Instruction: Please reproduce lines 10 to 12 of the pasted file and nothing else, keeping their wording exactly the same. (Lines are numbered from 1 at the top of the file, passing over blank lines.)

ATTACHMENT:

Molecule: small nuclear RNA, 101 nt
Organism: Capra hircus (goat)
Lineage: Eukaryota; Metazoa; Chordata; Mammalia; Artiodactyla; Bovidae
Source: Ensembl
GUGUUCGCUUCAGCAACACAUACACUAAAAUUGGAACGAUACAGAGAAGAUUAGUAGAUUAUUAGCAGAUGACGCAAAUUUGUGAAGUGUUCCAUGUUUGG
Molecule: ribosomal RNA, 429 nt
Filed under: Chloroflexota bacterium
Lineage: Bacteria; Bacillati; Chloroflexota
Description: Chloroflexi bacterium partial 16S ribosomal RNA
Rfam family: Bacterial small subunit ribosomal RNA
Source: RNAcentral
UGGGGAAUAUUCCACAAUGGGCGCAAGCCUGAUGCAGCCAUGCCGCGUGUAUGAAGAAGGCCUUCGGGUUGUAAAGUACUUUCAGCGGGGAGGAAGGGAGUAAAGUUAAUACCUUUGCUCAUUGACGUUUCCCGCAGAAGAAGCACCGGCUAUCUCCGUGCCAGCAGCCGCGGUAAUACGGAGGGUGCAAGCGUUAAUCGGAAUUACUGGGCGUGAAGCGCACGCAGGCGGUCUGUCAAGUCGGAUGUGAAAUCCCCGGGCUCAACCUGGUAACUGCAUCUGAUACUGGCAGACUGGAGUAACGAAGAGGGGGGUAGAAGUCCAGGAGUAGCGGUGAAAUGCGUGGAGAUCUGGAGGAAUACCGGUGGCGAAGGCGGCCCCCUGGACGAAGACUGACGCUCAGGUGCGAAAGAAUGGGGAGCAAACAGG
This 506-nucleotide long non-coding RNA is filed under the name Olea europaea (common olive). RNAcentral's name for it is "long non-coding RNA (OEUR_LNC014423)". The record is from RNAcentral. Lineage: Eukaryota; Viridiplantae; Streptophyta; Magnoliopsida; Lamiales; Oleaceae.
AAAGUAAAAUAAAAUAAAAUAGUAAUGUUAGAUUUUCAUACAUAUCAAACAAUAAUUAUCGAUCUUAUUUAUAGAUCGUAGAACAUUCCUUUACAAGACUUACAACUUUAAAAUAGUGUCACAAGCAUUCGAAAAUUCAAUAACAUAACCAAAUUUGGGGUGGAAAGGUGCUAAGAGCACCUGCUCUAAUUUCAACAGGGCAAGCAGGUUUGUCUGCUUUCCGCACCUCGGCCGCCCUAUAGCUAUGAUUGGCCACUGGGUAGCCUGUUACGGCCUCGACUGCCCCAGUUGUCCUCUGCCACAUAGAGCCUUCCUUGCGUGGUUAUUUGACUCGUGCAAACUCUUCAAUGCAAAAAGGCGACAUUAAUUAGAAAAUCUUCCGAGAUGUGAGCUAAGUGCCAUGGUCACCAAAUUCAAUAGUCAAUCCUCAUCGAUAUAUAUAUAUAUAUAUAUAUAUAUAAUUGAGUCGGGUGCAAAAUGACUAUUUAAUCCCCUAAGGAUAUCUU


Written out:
Rfam family: Bacterial small subunit ribosomal RNA
Source: RNAcentral
UGGGGAAUAUUCCACAAUGGGCGCAAGCCUGAUGCAGCCAUGCCGCGUGUAUGAAGAAGGCCUUCGGGUUGUAAAGUACUUUCAGCGGGGAGGAAGGGAGUAAAGUUAAUACCUUUGCUCAUUGACGUUUCCCGCAGAAGAAGCACCGGCUAUCUCCGUGCCAGCAGCCGCGGUAAUACGGAGGGUGCAAGCGUUAAUCGGAAUUACUGGGCGUGAAGCGCACGCAGGCGGUCUGUCAAGUCGGAUGUGAAAUCCCCGGGCUCAACCUGGUAACUGCAUCUGAUACUGGCAGACUGGAGUAACGAAGAGGGGGGUAGAAGUCCAGGAGUAGCGGUGAAAUGCGUGGAGAUCUGGAGGAAUACCGGUGGCGAAGGCGGCCCCCUGGACGAAGACUGACGCUCAGGUGCGAAAGAAUGGGGAGCAAACAGG